After uproar, U.S. government says does not plan to kill wild horses
The U.S. government said on Wednesday, Sept. 14, it has no plans to euthanize a large share of the more than 45,000 wild horses and burros removed from lands mostly in the U.S. West, after an advisory panel's proposal to kill some of the animals ...
The U.S. government said on Wednesday, Sept. 14, it has no plans to euthanize a large share of the more than 45,000 wild horses and burros removed from lands mostly in the U.S. West, after an advisory panel's proposal to kill some of the animals sparked outrage.
U.S. Bureau of Land Management officials said they struggle to find people to adopt the growing number of wild horses and burros, which costs the agency millions annually to maintain in corrals and pasturelands.
The National Wild Horse and Burro Advisory Board on Friday, Sept. 9, recommended the bureau consider euthanizing the animals that cannot be adopted, or selling them to companies that might slaughter them.
But Tom Gorey, a spokesman for the bureau, said in an email that the agency will "continue its current policy of caring for unadopted or unsold wild horses and burros" and will "not sell or send any animals to slaughter."
The bureau is expected to formally respond to the panel at its next meeting within months.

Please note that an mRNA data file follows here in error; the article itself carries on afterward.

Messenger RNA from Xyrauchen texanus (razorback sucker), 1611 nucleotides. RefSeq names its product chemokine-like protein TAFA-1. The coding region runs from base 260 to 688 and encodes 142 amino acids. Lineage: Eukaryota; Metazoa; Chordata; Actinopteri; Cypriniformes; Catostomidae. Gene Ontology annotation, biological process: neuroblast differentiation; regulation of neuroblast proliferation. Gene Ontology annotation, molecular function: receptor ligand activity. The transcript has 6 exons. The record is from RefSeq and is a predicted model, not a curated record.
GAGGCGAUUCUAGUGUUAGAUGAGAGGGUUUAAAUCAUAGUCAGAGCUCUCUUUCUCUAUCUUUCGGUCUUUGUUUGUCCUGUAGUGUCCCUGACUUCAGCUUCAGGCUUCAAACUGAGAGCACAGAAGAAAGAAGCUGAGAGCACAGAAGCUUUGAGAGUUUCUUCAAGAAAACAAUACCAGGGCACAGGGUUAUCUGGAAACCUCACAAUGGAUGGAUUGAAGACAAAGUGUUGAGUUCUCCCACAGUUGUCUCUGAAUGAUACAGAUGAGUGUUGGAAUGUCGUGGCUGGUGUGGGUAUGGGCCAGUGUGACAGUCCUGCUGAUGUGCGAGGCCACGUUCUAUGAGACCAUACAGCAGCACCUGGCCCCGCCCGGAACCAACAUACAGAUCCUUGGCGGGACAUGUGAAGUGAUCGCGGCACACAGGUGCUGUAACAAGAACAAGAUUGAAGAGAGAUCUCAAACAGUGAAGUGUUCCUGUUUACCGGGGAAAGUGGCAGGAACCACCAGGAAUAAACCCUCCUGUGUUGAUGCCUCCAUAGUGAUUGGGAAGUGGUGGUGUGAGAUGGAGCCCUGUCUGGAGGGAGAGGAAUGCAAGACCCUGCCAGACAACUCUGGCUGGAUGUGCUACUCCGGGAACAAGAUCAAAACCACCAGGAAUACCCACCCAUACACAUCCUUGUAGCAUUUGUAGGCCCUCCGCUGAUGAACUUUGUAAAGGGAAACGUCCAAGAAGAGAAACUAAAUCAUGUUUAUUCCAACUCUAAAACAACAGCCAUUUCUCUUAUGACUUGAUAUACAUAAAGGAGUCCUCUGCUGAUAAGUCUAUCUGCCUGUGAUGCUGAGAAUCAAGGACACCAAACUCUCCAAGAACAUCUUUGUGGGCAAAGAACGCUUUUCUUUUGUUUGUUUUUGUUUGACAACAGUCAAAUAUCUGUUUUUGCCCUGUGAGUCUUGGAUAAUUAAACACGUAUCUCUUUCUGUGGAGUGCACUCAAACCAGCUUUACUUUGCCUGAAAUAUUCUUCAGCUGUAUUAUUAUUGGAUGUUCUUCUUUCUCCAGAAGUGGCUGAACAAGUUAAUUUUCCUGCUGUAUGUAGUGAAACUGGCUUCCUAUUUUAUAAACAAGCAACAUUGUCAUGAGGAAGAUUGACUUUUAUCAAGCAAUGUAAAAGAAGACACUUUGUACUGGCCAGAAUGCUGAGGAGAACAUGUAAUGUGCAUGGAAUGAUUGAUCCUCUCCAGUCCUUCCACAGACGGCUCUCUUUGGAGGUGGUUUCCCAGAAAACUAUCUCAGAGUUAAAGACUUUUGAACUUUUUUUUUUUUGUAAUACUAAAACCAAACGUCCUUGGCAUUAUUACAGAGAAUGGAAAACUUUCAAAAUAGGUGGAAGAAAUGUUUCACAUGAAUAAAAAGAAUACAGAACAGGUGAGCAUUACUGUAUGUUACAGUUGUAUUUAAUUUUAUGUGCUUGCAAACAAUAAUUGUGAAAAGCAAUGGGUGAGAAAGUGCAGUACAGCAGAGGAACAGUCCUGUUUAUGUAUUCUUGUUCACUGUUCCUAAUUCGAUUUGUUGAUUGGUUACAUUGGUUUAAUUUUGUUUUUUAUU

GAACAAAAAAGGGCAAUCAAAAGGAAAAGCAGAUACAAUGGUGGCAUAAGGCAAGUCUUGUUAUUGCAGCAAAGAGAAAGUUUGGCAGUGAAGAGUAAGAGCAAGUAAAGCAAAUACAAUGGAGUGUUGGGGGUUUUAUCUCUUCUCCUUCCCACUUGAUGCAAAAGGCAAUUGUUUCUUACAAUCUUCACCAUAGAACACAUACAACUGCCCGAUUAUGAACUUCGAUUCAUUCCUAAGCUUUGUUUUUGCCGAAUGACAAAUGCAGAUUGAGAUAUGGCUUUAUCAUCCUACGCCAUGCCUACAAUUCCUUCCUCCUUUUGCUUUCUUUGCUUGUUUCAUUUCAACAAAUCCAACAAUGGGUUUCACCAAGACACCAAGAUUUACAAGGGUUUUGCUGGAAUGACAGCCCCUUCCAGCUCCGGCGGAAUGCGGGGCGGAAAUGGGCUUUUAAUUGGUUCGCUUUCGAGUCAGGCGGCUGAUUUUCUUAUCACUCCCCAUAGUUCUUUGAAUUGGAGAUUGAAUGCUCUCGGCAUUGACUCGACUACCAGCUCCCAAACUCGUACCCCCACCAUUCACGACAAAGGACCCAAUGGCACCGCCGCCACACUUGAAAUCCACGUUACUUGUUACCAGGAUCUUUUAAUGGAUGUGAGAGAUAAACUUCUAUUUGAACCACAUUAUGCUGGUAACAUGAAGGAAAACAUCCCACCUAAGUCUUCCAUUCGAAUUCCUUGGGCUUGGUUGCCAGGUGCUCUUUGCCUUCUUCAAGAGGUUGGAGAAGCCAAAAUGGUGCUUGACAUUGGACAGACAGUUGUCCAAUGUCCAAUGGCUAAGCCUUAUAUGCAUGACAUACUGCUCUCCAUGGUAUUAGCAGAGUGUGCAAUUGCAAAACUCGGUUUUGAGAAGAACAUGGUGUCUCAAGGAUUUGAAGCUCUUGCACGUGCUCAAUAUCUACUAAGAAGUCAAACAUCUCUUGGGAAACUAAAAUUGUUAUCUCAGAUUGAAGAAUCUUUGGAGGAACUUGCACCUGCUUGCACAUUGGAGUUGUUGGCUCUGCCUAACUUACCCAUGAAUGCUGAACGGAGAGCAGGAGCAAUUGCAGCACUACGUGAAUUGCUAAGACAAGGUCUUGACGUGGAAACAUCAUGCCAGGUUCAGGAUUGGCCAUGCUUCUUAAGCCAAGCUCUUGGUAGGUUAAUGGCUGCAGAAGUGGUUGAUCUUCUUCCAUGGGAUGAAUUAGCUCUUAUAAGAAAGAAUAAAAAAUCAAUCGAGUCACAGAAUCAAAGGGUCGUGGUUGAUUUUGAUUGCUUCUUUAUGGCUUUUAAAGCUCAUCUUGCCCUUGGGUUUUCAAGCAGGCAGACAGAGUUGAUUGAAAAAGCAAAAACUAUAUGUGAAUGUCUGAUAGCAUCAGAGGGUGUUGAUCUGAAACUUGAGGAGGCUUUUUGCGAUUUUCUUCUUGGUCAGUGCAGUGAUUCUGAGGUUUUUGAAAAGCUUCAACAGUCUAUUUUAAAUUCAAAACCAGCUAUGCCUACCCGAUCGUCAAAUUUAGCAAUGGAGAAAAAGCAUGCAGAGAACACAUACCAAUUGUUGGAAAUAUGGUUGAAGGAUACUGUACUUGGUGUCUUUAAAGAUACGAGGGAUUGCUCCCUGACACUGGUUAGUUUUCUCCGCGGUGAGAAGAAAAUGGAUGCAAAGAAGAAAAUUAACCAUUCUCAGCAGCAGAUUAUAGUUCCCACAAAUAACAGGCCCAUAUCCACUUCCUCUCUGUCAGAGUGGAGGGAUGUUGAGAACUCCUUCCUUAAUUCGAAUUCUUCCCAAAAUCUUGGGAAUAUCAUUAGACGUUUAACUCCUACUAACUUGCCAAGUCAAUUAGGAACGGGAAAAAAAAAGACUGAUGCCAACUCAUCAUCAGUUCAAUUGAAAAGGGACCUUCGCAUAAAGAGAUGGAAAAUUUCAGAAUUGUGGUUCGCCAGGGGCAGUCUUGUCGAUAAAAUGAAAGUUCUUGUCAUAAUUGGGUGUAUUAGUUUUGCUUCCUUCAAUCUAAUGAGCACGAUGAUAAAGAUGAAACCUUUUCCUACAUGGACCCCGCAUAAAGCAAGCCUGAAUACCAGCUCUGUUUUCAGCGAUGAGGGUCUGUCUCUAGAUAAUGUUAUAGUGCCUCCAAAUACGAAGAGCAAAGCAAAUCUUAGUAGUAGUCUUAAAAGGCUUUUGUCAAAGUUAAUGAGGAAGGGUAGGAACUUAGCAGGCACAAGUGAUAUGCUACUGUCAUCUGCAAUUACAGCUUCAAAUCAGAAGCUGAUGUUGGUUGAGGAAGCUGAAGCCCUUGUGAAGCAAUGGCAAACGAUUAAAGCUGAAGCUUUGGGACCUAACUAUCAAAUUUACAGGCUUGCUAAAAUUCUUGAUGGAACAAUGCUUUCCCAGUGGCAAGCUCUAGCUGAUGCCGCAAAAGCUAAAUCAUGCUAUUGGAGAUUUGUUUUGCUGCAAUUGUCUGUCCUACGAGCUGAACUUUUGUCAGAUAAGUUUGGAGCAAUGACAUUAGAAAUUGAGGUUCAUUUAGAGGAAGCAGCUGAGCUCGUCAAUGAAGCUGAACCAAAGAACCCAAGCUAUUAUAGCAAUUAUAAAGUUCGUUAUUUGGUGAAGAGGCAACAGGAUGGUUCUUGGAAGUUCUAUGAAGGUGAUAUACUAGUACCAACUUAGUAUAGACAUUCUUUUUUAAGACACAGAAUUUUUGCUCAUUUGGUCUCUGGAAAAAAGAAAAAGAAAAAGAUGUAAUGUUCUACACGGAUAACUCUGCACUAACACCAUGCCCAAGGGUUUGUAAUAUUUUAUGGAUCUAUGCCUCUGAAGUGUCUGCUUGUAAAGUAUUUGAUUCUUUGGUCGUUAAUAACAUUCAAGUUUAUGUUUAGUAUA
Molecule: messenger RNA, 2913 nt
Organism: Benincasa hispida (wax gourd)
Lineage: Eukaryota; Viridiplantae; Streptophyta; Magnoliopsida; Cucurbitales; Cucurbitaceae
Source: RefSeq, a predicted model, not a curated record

The panel's recommendation created an uproar among animal rights activists and highlighted the challenges ahead for the U.S. government as it seeks to control the population of wild horses and burros.
Gillian Lyons, wild horse and burro program manager for the Humane Society of the United States, said members of the public were quick to criticize the idea of killing the wild animals.
"It's something the American public just doesn't know about, you don't think of wild horses being held in facilities all across the United States," Lyons said.
She added that the bureau has a responsibility to the animals because it captured them.
Even after decades of round-ups of wild horses and burros, 67,000 of these animals roam the United States, mostly in Nevada and California, according to government estimates.
Without natural predators, they have proliferated far beyond the roughly 27,000 animals the U.S. government says would be a population low enough to prevent overgrazing and preserve land for other animals.
The bureau spends nearly $50 million a year in upkeep for captured horses and burros, Gorey said.
The Humane Society alleges the bureau spends so much paying private contractors to hold the animals that it cannot afford to expand its program to administer birth control to the animals on the range, which it contends would be more effective for population control than round-ups.
But the bureau counters fertility control is difficult, in part because the birth control drug wears off in less than two years